[0031] The object is equally reached with a network element for a radio access network in which user equipment registered with some other radio access network is allowed to request a transmission comprising storing means corresponding to the second storing means and processing means corresponding to the processing means of the radio access network proposed for the second aspect of the invention. The processing means of the proposed radio access network, however, could be distributed to several network elements. Therefore, the processing means of the network element of the invention can have only a part of the functions of the processing means of the radio access network. In particular it can be designed to provide only an indication of the values of service attributes to be used for the requested transmission by another network element, instead of determining the specific values. The other network element should then be able to assign and use specific values of the required service attributes according to the indication. This network element is part of the second radio access network mentioned.

[0032] The user equipment can access the second radio access network either because it is owned by the same operator as the first radio access network or because the operators of the two networks have a roaming agreement and the subscriber owning the user equipment has moreover a roaming agreement with the operator of the network with which he or she is registered. The first network can be in particular a public cellular network and the second network some locally confined network.

[0033] The second aspect of the invention is based on the assumption that operators of the respective first radio access network want to be able to provide different levels of service quality for different user equipment roaming into a respective second radio access network. For example, if one group of subscribers or customers of the first radio access network is paying more for a service than another group of customers in order to obtain a better service quality, this information should be available in the second radio access network in order to provide the correct service quality for the customer also when the user equipment is requesting a transmission in the second radio access network.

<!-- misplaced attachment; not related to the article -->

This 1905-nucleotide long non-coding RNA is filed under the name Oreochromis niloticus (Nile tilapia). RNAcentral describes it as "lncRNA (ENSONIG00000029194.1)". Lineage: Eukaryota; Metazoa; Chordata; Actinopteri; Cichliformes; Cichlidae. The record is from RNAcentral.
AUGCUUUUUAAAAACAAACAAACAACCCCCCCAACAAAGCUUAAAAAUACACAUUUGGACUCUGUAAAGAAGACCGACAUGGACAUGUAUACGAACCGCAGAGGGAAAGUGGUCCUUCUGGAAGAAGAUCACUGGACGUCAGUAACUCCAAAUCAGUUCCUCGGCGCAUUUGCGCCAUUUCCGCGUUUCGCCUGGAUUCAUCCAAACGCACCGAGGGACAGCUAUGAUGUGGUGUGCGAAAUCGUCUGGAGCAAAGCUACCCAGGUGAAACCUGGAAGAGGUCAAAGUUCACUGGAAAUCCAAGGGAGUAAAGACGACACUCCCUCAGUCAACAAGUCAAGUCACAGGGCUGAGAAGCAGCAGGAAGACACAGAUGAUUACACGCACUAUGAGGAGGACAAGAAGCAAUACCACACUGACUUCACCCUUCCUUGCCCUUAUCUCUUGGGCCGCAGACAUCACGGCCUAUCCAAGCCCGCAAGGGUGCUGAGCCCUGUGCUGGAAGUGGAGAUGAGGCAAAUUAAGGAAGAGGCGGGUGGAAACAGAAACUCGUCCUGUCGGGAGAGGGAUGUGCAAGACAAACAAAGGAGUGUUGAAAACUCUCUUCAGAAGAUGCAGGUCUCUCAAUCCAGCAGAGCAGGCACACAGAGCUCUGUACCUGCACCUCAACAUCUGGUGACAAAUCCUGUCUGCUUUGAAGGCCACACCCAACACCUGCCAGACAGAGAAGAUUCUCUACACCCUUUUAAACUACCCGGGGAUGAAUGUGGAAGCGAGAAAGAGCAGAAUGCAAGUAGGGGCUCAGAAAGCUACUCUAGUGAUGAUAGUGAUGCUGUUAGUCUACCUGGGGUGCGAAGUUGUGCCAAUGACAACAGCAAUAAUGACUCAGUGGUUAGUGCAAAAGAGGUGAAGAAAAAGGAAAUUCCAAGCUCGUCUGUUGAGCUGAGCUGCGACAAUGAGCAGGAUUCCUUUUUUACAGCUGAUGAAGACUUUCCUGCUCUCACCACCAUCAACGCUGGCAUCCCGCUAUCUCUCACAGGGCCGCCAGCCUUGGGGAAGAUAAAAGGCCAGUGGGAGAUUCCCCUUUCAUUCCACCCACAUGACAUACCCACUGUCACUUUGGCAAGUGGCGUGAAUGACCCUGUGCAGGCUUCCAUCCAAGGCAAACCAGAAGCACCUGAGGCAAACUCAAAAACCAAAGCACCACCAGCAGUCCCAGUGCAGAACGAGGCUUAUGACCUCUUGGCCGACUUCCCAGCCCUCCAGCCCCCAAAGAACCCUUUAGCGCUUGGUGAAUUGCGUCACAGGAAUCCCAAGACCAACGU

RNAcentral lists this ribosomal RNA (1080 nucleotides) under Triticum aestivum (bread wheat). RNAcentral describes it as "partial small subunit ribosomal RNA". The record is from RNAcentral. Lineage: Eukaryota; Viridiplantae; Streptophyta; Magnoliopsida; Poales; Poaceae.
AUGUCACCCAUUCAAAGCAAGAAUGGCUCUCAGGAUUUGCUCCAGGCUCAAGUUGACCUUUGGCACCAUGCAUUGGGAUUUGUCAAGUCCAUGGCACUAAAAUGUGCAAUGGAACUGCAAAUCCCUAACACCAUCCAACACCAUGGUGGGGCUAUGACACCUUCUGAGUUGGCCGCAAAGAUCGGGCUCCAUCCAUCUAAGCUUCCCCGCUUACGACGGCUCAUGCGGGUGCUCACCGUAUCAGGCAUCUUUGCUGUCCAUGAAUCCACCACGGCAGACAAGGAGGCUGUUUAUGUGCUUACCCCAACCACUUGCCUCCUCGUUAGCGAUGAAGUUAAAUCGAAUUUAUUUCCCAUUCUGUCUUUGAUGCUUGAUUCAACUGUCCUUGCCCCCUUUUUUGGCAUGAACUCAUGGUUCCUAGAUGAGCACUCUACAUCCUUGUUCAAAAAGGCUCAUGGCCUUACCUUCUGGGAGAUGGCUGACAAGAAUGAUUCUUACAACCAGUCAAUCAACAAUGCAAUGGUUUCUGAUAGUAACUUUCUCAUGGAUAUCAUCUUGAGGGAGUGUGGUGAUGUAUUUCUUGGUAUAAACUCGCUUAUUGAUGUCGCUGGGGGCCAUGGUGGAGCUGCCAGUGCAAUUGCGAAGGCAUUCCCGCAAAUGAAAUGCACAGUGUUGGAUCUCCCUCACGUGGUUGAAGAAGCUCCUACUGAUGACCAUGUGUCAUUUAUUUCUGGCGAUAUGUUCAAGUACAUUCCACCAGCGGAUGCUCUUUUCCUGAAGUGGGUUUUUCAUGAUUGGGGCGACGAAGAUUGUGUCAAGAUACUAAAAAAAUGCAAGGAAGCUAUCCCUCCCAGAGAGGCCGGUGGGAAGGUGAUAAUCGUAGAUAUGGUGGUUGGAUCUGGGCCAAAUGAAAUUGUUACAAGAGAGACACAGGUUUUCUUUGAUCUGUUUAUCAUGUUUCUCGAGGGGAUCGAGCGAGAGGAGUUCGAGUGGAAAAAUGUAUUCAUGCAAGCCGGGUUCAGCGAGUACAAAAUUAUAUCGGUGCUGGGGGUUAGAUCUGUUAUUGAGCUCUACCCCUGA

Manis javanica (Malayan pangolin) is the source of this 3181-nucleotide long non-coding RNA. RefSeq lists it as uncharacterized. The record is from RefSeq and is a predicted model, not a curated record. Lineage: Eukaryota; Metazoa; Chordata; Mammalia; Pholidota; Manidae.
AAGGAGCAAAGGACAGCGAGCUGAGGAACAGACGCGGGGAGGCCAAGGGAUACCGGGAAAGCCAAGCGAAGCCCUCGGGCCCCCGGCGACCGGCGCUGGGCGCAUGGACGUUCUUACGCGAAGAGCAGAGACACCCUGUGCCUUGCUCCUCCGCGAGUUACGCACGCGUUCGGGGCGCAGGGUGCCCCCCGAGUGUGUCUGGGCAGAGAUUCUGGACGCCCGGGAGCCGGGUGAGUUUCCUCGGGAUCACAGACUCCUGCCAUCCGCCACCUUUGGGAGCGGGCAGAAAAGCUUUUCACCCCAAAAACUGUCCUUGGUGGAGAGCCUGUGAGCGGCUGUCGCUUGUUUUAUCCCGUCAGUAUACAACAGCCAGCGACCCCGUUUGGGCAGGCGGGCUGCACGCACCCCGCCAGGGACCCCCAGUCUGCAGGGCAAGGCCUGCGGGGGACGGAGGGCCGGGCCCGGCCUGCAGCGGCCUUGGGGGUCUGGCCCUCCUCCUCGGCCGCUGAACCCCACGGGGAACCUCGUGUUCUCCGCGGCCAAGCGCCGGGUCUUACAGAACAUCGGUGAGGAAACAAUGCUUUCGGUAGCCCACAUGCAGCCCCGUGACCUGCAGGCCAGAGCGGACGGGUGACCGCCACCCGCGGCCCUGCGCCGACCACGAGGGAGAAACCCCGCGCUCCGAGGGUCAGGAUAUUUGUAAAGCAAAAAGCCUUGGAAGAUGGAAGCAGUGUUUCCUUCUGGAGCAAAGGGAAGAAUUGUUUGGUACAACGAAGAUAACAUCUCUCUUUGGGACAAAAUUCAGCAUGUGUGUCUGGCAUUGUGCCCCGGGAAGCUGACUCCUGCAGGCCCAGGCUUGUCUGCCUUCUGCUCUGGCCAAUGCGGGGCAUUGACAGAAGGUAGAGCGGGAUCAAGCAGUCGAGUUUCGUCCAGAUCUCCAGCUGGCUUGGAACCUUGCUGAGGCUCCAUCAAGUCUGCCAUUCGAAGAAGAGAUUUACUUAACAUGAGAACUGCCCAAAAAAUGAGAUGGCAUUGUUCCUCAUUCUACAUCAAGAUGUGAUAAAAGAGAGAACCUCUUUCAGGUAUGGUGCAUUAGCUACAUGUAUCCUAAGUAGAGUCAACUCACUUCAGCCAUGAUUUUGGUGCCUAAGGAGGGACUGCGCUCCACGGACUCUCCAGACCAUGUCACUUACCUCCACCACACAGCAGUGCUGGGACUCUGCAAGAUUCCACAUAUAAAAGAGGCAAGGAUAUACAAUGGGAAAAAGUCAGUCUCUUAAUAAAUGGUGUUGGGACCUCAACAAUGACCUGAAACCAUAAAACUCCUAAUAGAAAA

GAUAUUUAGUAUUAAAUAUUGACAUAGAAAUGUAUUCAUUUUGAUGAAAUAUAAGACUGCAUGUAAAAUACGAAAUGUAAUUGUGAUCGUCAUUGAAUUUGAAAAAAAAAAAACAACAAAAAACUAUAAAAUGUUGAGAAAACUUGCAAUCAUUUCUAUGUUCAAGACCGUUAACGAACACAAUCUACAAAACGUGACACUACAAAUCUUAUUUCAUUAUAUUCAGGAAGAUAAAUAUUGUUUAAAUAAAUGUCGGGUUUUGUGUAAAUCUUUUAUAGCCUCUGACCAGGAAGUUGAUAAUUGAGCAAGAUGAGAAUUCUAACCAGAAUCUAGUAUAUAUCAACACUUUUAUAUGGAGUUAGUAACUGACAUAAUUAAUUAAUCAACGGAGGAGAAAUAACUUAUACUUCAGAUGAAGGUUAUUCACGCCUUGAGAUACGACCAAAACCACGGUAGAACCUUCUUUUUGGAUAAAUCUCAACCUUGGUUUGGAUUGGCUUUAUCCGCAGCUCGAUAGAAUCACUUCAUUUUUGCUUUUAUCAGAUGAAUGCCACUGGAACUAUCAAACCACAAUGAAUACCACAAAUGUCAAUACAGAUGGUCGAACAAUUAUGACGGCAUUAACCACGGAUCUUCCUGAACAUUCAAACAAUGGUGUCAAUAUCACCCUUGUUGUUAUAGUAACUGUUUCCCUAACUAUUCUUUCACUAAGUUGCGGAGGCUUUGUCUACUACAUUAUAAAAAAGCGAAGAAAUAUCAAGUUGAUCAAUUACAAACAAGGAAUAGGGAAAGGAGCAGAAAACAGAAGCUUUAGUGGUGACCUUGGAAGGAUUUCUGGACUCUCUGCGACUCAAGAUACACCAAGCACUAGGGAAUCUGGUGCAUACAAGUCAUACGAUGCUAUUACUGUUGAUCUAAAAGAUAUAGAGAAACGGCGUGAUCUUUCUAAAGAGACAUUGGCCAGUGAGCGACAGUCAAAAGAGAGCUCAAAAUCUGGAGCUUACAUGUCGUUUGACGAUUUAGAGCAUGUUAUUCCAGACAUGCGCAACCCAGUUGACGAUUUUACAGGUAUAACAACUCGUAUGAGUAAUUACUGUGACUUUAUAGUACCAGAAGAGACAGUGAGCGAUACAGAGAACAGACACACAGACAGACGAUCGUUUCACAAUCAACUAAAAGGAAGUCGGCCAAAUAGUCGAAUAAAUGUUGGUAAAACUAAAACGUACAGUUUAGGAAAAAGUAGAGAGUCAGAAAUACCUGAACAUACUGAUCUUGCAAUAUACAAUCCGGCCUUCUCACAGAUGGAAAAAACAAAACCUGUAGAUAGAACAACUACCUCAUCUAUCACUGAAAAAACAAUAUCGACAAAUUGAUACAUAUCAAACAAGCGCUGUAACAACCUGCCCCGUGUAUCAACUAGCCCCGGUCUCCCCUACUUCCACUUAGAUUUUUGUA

[0034] When a user equipment roams into the second radio access network, the operator of this second network has to know what kind of subscription the user agreed upon with the first radio access network in order to be able to provide the corresponding service. The subscription may include issues like charging and quality of service. A straightforward solution would be to rely on the information the user equipment supplies to the second network. This would be based purely on the applications running on the user equipment and the service they are requesting from the network. For example, if the user equipment starts a real-time application, like a voice or video application, the user equipment would request a high-priority quality of service class for this IP (internet protocol) flow. The network side quality of service control functions would check whether the request could be accepted. A signaling protocol would carry the information on the requested service between the user equipment and the entities of the second network. The problem with this solution is that the information given by the terminals does not necessarily have to correspond to the subscription, i.e. to the service the user is actually paying for.

[0035] With the proposed method, radio access network and network element, in contrast, a reliable information is provided to the second radio access network based on which the correct service can be provided. The operator of the first radio access network with which a subscriber using a user equipment is registered stores for each subscriber at least one subscriber specific service profile according to the subscription of the customer. When the user equipment accesses the second radio access network, entities of this second network control the services and local network resources according to subscriber specific service profile information provided by the first radio access network. This way, the operator of the first radio access network is given control over the services and the way the services are charged for also in the second radio access network. In the most simple approach, the subscriber specific information only includes the number of a group to which the subscriber belongs, to each of different groups being assigned a different quality of service. The common values of service attributes, on the other hand, can be maintained locally in storing means of the second network, since they are independent from the subscription of a specific subscriber. Obviously, however, the common values could be stored as well in storing means of the first radio access network and be transmitted to the second radio access network together with the subscriber specific values.

[0036] In the second aspect of the invention, the first network advantageously provides the stored profile for a subscriber to the second network when a user equipment of the subscriber is authenticated in order to be allowed to enter the second network. All processing can then be carried out exclusively in the second network, even though the subscriber specific profile is stored permanently only at one place, i e. in storing means of the network with which the user equipment is registered.

[0037] The second radio access network should comprise means for mapping to be employed values of service attributes to the service functions employed in said second radio access network for a requested transmission, since the employed attributes do not have to be identical to the attributes used in the first radio access network. The mapping should take into account received subscriber specific values as well as values requested by the user equipment and stored common values in case no values were requested by the user equipment.